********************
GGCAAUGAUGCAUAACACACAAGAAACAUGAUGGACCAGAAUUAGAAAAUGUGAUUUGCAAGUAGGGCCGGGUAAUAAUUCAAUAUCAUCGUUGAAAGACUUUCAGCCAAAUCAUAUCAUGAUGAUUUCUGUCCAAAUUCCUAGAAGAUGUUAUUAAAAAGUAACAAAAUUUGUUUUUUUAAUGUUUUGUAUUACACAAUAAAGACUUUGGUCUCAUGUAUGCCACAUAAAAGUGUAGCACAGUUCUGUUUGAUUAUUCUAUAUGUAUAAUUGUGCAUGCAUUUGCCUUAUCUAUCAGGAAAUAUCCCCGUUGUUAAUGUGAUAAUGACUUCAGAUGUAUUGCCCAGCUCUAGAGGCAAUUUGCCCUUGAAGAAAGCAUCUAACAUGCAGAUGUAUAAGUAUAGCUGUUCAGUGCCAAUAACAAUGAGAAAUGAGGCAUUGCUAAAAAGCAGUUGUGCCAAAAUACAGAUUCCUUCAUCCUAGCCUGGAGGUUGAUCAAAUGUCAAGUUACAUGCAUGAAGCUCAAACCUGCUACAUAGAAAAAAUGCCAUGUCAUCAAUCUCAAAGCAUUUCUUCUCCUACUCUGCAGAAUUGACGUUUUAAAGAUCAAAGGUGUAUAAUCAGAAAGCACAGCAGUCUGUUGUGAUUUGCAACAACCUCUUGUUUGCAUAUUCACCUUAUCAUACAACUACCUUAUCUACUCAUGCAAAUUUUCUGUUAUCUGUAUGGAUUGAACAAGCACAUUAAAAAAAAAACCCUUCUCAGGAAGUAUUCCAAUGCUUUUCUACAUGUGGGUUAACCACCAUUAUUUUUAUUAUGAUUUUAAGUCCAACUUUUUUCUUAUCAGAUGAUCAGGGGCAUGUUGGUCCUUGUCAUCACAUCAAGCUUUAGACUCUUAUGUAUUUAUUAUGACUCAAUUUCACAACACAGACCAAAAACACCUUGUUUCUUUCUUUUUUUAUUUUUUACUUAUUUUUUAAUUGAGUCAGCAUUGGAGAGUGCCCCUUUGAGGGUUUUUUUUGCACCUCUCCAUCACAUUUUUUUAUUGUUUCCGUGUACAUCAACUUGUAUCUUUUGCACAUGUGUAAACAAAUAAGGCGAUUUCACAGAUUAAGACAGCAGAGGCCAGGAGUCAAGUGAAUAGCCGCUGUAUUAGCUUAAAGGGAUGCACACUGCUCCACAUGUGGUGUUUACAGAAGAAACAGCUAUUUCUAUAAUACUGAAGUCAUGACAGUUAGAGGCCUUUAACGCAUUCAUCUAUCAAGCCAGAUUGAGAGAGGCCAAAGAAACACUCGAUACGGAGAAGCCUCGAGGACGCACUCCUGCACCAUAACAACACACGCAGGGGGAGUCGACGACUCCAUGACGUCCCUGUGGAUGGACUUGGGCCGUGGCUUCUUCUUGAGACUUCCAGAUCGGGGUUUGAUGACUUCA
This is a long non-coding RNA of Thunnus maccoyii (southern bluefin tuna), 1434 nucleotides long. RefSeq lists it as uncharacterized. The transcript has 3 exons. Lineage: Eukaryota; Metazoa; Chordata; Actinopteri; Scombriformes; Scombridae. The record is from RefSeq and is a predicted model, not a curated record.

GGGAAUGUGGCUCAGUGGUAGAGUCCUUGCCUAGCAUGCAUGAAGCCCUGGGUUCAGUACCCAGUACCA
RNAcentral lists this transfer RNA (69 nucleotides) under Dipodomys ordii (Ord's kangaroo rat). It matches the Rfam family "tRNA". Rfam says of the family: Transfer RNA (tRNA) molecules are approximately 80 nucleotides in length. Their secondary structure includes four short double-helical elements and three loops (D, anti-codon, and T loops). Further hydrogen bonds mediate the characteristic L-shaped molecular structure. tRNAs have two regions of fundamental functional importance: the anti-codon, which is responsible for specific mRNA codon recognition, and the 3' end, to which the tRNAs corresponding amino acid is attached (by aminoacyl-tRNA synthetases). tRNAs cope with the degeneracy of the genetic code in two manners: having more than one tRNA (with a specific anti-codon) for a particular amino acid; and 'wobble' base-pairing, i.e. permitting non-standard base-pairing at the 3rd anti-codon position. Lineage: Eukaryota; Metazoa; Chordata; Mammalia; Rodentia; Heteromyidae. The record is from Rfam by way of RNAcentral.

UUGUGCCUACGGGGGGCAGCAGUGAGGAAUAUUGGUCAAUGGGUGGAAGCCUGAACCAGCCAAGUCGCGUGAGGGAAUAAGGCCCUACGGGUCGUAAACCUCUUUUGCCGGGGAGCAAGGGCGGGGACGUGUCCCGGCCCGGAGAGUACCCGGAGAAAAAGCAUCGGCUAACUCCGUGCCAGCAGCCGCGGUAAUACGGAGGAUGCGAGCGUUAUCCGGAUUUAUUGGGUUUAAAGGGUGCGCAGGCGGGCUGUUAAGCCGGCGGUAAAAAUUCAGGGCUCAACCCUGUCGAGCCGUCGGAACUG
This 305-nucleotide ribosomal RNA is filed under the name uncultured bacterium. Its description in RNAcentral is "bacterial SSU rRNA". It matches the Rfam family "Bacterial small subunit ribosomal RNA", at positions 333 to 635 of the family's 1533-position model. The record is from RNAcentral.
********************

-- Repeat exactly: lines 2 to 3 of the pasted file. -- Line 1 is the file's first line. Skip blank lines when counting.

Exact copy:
This is a long non-coding RNA of Thunnus maccoyii (southern bluefin tuna), 1434 nucleotides long. RefSeq lists it as uncharacterized. The transcript has 3 exons. Lineage: Eukaryota; Metazoa; Chordata; Actinopteri; Scombriformes; Scombridae. The record is from RefSeq and is a predicted model, not a curated record.

GGGAAUGUGGCUCAGUGGUAGAGUCCUUGCCUAGCAUGCAUGAAGCCCUGGGUUCAGUACCCAGUACCA